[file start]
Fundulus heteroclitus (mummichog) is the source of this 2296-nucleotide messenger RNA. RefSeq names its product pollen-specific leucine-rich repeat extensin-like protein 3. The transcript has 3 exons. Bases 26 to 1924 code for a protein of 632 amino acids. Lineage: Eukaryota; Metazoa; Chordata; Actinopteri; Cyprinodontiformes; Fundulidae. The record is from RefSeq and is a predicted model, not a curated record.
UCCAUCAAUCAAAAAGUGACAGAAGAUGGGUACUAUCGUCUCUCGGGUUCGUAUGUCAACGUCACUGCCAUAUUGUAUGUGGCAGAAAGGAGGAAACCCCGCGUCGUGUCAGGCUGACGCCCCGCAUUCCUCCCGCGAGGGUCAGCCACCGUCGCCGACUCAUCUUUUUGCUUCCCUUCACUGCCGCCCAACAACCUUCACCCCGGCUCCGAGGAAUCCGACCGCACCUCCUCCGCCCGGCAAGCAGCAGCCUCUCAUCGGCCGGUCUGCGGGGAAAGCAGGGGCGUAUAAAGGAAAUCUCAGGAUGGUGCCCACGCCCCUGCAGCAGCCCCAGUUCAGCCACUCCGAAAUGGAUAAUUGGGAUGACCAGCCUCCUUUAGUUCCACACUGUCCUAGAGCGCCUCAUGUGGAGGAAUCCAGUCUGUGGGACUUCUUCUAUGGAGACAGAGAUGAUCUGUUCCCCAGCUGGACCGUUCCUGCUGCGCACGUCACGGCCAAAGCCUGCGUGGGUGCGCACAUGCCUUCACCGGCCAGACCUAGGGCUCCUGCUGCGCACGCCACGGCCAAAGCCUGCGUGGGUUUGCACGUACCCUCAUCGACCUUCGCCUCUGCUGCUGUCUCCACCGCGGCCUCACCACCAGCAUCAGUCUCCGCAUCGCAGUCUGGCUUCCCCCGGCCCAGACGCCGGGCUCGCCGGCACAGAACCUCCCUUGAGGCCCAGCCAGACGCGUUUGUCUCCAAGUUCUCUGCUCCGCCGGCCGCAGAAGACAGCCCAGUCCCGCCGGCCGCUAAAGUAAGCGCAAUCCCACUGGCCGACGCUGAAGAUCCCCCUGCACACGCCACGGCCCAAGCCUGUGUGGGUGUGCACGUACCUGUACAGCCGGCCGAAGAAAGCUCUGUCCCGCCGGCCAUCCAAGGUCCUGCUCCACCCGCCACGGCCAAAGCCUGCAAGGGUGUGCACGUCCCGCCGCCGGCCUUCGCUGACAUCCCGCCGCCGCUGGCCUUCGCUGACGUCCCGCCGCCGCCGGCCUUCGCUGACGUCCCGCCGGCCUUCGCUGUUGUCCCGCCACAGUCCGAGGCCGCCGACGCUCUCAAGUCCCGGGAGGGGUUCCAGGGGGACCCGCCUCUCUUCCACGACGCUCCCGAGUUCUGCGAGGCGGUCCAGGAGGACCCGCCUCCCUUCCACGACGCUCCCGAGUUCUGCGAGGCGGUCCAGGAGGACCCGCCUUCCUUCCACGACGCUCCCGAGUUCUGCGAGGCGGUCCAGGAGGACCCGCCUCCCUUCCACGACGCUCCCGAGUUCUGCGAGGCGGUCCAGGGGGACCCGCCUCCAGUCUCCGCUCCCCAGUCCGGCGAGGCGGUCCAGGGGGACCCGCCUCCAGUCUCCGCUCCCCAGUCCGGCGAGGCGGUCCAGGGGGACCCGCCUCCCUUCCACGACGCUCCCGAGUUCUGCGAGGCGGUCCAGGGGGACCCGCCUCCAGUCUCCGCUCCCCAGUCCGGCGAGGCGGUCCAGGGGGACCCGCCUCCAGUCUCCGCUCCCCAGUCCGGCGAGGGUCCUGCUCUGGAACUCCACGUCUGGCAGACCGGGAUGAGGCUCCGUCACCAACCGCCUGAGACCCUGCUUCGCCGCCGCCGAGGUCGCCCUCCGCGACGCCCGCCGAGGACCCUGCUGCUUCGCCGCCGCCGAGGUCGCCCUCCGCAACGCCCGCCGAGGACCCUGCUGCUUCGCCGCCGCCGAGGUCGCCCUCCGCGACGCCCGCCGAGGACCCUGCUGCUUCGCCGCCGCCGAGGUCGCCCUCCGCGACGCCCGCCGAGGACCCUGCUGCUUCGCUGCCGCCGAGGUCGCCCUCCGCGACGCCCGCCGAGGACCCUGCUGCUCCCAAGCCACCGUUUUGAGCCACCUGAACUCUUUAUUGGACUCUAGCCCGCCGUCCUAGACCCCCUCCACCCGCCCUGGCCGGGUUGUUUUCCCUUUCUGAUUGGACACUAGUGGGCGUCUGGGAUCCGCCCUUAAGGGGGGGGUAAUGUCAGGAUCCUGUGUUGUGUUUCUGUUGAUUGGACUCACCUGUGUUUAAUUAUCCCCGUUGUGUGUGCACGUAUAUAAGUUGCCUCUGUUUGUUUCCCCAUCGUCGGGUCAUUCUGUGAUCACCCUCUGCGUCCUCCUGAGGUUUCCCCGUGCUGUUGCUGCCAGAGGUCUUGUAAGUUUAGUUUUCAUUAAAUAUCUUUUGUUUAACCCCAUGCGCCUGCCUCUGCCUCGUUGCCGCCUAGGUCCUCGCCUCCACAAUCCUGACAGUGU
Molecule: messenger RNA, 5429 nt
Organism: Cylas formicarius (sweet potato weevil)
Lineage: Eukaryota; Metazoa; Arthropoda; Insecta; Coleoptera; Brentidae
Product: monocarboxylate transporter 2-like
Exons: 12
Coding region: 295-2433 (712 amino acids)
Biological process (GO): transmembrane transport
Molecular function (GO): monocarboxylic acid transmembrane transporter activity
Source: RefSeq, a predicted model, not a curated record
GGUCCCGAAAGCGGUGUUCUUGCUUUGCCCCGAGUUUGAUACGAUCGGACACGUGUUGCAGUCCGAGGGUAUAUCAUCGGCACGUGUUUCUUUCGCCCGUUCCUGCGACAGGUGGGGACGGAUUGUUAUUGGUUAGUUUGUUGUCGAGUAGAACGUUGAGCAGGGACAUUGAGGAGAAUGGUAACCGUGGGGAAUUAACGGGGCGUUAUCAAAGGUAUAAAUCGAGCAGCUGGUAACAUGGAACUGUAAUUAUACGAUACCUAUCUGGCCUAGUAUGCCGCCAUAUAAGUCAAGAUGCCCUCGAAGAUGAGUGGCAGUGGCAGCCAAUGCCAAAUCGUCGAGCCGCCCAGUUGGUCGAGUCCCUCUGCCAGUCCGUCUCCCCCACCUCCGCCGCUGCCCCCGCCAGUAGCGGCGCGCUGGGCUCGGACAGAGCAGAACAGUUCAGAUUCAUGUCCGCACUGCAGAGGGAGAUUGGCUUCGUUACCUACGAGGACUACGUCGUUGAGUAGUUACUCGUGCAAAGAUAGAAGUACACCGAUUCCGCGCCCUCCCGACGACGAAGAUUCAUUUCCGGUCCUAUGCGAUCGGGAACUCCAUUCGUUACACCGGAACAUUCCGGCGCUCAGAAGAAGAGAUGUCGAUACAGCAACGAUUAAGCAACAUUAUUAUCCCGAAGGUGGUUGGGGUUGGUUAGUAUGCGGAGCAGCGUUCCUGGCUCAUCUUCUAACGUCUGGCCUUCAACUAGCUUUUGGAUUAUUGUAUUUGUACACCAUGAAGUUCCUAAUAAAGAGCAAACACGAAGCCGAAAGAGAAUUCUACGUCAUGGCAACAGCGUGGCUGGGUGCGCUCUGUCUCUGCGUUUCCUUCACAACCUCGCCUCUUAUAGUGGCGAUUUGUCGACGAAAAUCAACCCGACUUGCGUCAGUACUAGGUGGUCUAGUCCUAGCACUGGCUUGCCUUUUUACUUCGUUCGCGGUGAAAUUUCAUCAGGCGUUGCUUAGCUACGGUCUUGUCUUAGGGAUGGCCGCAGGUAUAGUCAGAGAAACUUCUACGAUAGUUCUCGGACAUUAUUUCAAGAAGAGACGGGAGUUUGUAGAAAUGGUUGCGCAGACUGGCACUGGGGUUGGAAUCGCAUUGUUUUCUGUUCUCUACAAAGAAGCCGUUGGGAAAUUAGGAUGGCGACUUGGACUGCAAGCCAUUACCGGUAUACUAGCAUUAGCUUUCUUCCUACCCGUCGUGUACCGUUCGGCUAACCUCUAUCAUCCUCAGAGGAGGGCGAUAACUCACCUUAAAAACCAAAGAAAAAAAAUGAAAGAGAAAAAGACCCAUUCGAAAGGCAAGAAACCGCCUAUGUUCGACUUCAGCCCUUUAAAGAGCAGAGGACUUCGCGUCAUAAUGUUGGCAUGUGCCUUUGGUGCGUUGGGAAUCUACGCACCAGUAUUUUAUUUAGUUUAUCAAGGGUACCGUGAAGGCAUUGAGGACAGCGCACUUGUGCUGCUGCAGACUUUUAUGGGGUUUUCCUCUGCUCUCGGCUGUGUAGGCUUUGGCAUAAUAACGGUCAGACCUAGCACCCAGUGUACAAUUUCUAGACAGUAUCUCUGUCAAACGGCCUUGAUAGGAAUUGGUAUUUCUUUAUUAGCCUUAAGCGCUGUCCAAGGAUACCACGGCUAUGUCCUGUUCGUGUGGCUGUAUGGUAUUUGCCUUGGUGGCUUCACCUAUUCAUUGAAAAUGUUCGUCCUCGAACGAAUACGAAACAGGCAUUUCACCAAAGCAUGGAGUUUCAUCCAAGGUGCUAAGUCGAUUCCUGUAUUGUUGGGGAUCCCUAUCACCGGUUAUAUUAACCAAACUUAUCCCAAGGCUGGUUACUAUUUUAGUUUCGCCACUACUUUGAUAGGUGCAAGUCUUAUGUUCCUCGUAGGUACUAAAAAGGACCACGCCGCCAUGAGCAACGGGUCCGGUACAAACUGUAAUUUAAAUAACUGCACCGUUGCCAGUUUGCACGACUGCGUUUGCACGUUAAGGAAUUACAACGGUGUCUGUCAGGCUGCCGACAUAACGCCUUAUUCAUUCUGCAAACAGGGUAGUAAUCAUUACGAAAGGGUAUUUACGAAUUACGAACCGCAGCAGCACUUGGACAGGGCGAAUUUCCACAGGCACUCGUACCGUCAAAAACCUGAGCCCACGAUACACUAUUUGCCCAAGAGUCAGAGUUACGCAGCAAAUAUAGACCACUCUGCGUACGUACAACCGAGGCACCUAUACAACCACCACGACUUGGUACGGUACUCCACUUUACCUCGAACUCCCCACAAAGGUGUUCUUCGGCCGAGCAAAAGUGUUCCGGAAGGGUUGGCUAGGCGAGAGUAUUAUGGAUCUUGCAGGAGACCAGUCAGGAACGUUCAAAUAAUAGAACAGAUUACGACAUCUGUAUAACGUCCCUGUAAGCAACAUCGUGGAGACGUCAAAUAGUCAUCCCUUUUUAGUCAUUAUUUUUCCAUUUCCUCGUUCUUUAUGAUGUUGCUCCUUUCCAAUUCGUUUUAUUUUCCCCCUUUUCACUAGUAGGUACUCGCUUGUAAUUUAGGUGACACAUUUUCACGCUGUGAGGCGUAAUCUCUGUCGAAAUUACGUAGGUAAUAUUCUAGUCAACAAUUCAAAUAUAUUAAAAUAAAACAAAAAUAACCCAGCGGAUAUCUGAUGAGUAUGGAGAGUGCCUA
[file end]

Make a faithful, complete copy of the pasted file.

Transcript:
Fundulus heteroclitus (mummichog) is the source of this 2296-nucleotide messenger RNA. RefSeq names its product pollen-specific leucine-rich repeat extensin-like protein 3. The transcript has 3 exons. Bases 26 to 1924 code for a protein of 632 amino acids. Lineage: Eukaryota; Metazoa; Chordata; Actinopteri; Cyprinodontiformes; Fundulidae. The record is from RefSeq and is a predicted model, not a curated record.
UCCAUCAAUCAAAAAGUGACAGAAGAUGGGUACUAUCGUCUCUCGGGUUCGUAUGUCAACGUCACUGCCAUAUUGUAUGUGGCAGAAAGGAGGAAACCCCGCGUCGUGUCAGGCUGACGCCCCGCAUUCCUCCCGCGAGGGUCAGCCACCGUCGCCGACUCAUCUUUUUGCUUCCCUUCACUGCCGCCCAACAACCUUCACCCCGGCUCCGAGGAAUCCGACCGCACCUCCUCCGCCCGGCAAGCAGCAGCCUCUCAUCGGCCGGUCUGCGGGGAAAGCAGGGGCGUAUAAAGGAAAUCUCAGGAUGGUGCCCACGCCCCUGCAGCAGCCCCAGUUCAGCCACUCCGAAAUGGAUAAUUGGGAUGACCAGCCUCCUUUAGUUCCACACUGUCCUAGAGCGCCUCAUGUGGAGGAAUCCAGUCUGUGGGACUUCUUCUAUGGAGACAGAGAUGAUCUGUUCCCCAGCUGGACCGUUCCUGCUGCGCACGUCACGGCCAAAGCCUGCGUGGGUGCGCACAUGCCUUCACCGGCCAGACCUAGGGCUCCUGCUGCGCACGCCACGGCCAAAGCCUGCGUGGGUUUGCACGUACCCUCAUCGACCUUCGCCUCUGCUGCUGUCUCCACCGCGGCCUCACCACCAGCAUCAGUCUCCGCAUCGCAGUCUGGCUUCCCCCGGCCCAGACGCCGGGCUCGCCGGCACAGAACCUCCCUUGAGGCCCAGCCAGACGCGUUUGUCUCCAAGUUCUCUGCUCCGCCGGCCGCAGAAGACAGCCCAGUCCCGCCGGCCGCUAAAGUAAGCGCAAUCCCACUGGCCGACGCUGAAGAUCCCCCUGCACACGCCACGGCCCAAGCCUGUGUGGGUGUGCACGUACCUGUACAGCCGGCCGAAGAAAGCUCUGUCCCGCCGGCCAUCCAAGGUCCUGCUCCACCCGCCACGGCCAAAGCCUGCAAGGGUGUGCACGUCCCGCCGCCGGCCUUCGCUGACAUCCCGCCGCCGCUGGCCUUCGCUGACGUCCCGCCGCCGCCGGCCUUCGCUGACGUCCCGCCGGCCUUCGCUGUUGUCCCGCCACAGUCCGAGGCCGCCGACGCUCUCAAGUCCCGGGAGGGGUUCCAGGGGGACCCGCCUCUCUUCCACGACGCUCCCGAGUUCUGCGAGGCGGUCCAGGAGGACCCGCCUCCCUUCCACGACGCUCCCGAGUUCUGCGAGGCGGUCCAGGAGGACCCGCCUUCCUUCCACGACGCUCCCGAGUUCUGCGAGGCGGUCCAGGAGGACCCGCCUCCCUUCCACGACGCUCCCGAGUUCUGCGAGGCGGUCCAGGGGGACCCGCCUCCAGUCUCCGCUCCCCAGUCCGGCGAGGCGGUCCAGGGGGACCCGCCUCCAGUCUCCGCUCCCCAGUCCGGCGAGGCGGUCCAGGGGGACCCGCCUCCCUUCCACGACGCUCCCGAGUUCUGCGAGGCGGUCCAGGGGGACCCGCCUCCAGUCUCCGCUCCCCAGUCCGGCGAGGCGGUCCAGGGGGACCCGCCUCCAGUCUCCGCUCCCCAGUCCGGCGAGGGUCCUGCUCUGGAACUCCACGUCUGGCAGACCGGGAUGAGGCUCCGUCACCAACCGCCUGAGACCCUGCUUCGCCGCCGCCGAGGUCGCCCUCCGCGACGCCCGCCGAGGACCCUGCUGCUUCGCCGCCGCCGAGGUCGCCCUCCGCAACGCCCGCCGAGGACCCUGCUGCUUCGCCGCCGCCGAGGUCGCCCUCCGCGACGCCCGCCGAGGACCCUGCUGCUUCGCCGCCGCCGAGGUCGCCCUCCGCGACGCCCGCCGAGGACCCUGCUGCUUCGCUGCCGCCGAGGUCGCCCUCCGCGACGCCCGCCGAGGACCCUGCUGCUCCCAAGCCACCGUUUUGAGCCACCUGAACUCUUUAUUGGACUCUAGCCCGCCGUCCUAGACCCCCUCCACCCGCCCUGGCCGGGUUGUUUUCCCUUUCUGAUUGGACACUAGUGGGCGUCUGGGAUCCGCCCUUAAGGGGGGGGUAAUGUCAGGAUCCUGUGUUGUGUUUCUGUUGAUUGGACUCACCUGUGUUUAAUUAUCCCCGUUGUGUGUGCACGUAUAUAAGUUGCCUCUGUUUGUUUCCCCAUCGUCGGGUCAUUCUGUGAUCACCCUCUGCGUCCUCCUGAGGUUUCCCCGUGCUGUUGCUGCCAGAGGUCUUGUAAGUUUAGUUUUCAUUAAAUAUCUUUUGUUUAACCCCAUGCGCCUGCCUCUGCCUCGUUGCCGCCUAGGUCCUCGCCUCCACAAUCCUGACAGUGU
Molecule: messenger RNA, 5429 nt
Organism: Cylas formicarius (sweet potato weevil)
Lineage: Eukaryota; Metazoa; Arthropoda; Insecta; Coleoptera; Brentidae
Product: monocarboxylate transporter 2-like
Exons: 12
Coding region: 295-2433 (712 amino acids)
Biological process (GO): transmembrane transport
Molecular function (GO): monocarboxylic acid transmembrane transporter activity
Source: RefSeq, a predicted model, not a curated record
GGUCCCGAAAGCGGUGUUCUUGCUUUGCCCCGAGUUUGAUACGAUCGGACACGUGUUGCAGUCCGAGGGUAUAUCAUCGGCACGUGUUUCUUUCGCCCGUUCCUGCGACAGGUGGGGACGGAUUGUUAUUGGUUAGUUUGUUGUCGAGUAGAACGUUGAGCAGGGACAUUGAGGAGAAUGGUAACCGUGGGGAAUUAACGGGGCGUUAUCAAAGGUAUAAAUCGAGCAGCUGGUAACAUGGAACUGUAAUUAUACGAUACCUAUCUGGCCUAGUAUGCCGCCAUAUAAGUCAAGAUGCCCUCGAAGAUGAGUGGCAGUGGCAGCCAAUGCCAAAUCGUCGAGCCGCCCAGUUGGUCGAGUCCCUCUGCCAGUCCGUCUCCCCCACCUCCGCCGCUGCCCCCGCCAGUAGCGGCGCGCUGGGCUCGGACAGAGCAGAACAGUUCAGAUUCAUGUCCGCACUGCAGAGGGAGAUUGGCUUCGUUACCUACGAGGACUACGUCGUUGAGUAGUUACUCGUGCAAAGAUAGAAGUACACCGAUUCCGCGCCCUCCCGACGACGAAGAUUCAUUUCCGGUCCUAUGCGAUCGGGAACUCCAUUCGUUACACCGGAACAUUCCGGCGCUCAGAAGAAGAGAUGUCGAUACAGCAACGAUUAAGCAACAUUAUUAUCCCGAAGGUGGUUGGGGUUGGUUAGUAUGCGGAGCAGCGUUCCUGGCUCAUCUUCUAACGUCUGGCCUUCAACUAGCUUUUGGAUUAUUGUAUUUGUACACCAUGAAGUUCCUAAUAAAGAGCAAACACGAAGCCGAAAGAGAAUUCUACGUCAUGGCAACAGCGUGGCUGGGUGCGCUCUGUCUCUGCGUUUCCUUCACAACCUCGCCUCUUAUAGUGGCGAUUUGUCGACGAAAAUCAACCCGACUUGCGUCAGUACUAGGUGGUCUAGUCCUAGCACUGGCUUGCCUUUUUACUUCGUUCGCGGUGAAAUUUCAUCAGGCGUUGCUUAGCUACGGUCUUGUCUUAGGGAUGGCCGCAGGUAUAGUCAGAGAAACUUCUACGAUAGUUCUCGGACAUUAUUUCAAGAAGAGACGGGAGUUUGUAGAAAUGGUUGCGCAGACUGGCACUGGGGUUGGAAUCGCAUUGUUUUCUGUUCUCUACAAAGAAGCCGUUGGGAAAUUAGGAUGGCGACUUGGACUGCAAGCCAUUACCGGUAUACUAGCAUUAGCUUUCUUCCUACCCGUCGUGUACCGUUCGGCUAACCUCUAUCAUCCUCAGAGGAGGGCGAUAACUCACCUUAAAAACCAAAGAAAAAAAAUGAAAGAGAAAAAGACCCAUUCGAAAGGCAAGAAACCGCCUAUGUUCGACUUCAGCCCUUUAAAGAGCAGAGGACUUCGCGUCAUAAUGUUGGCAUGUGCCUUUGGUGCGUUGGGAAUCUACGCACCAGUAUUUUAUUUAGUUUAUCAAGGGUACCGUGAAGGCAUUGAGGACAGCGCACUUGUGCUGCUGCAGACUUUUAUGGGGUUUUCCUCUGCUCUCGGCUGUGUAGGCUUUGGCAUAAUAACGGUCAGACCUAGCACCCAGUGUACAAUUUCUAGACAGUAUCUCUGUCAAACGGCCUUGAUAGGAAUUGGUAUUUCUUUAUUAGCCUUAAGCGCUGUCCAAGGAUACCACGGCUAUGUCCUGUUCGUGUGGCUGUAUGGUAUUUGCCUUGGUGGCUUCACCUAUUCAUUGAAAAUGUUCGUCCUCGAACGAAUACGAAACAGGCAUUUCACCAAAGCAUGGAGUUUCAUCCAAGGUGCUAAGUCGAUUCCUGUAUUGUUGGGGAUCCCUAUCACCGGUUAUAUUAACCAAACUUAUCCCAAGGCUGGUUACUAUUUUAGUUUCGCCACUACUUUGAUAGGUGCAAGUCUUAUGUUCCUCGUAGGUACUAAAAAGGACCACGCCGCCAUGAGCAACGGGUCCGGUACAAACUGUAAUUUAAAUAACUGCACCGUUGCCAGUUUGCACGACUGCGUUUGCACGUUAAGGAAUUACAACGGUGUCUGUCAGGCUGCCGACAUAACGCCUUAUUCAUUCUGCAAACAGGGUAGUAAUCAUUACGAAAGGGUAUUUACGAAUUACGAACCGCAGCAGCACUUGGACAGGGCGAAUUUCCACAGGCACUCGUACCGUCAAAAACCUGAGCCCACGAUACACUAUUUGCCCAAGAGUCAGAGUUACGCAGCAAAUAUAGACCACUCUGCGUACGUACAACCGAGGCACCUAUACAACCACCACGACUUGGUACGGUACUCCACUUUACCUCGAACUCCCCACAAAGGUGUUCUUCGGCCGAGCAAAAGUGUUCCGGAAGGGUUGGCUAGGCGAGAGUAUUAUGGAUCUUGCAGGAGACCAGUCAGGAACGUUCAAAUAAUAGAACAGAUUACGACAUCUGUAUAACGUCCCUGUAAGCAACAUCGUGGAGACGUCAAAUAGUCAUCCCUUUUUAGUCAUUAUUUUUCCAUUUCCUCGUUCUUUAUGAUGUUGCUCCUUUCCAAUUCGUUUUAUUUUCCCCCUUUUCACUAGUAGGUACUCGCUUGUAAUUUAGGUGACACAUUUUCACGCUGUGAGGCGUAAUCUCUGUCGAAAUUACGUAGGUAAUAUUCUAGUCAACAAUUCAAAUAUAUUAAAAUAAAACAAAAAUAACCCAGCGGAUAUCUGAUGAGUAUGGAGAGUGCCUA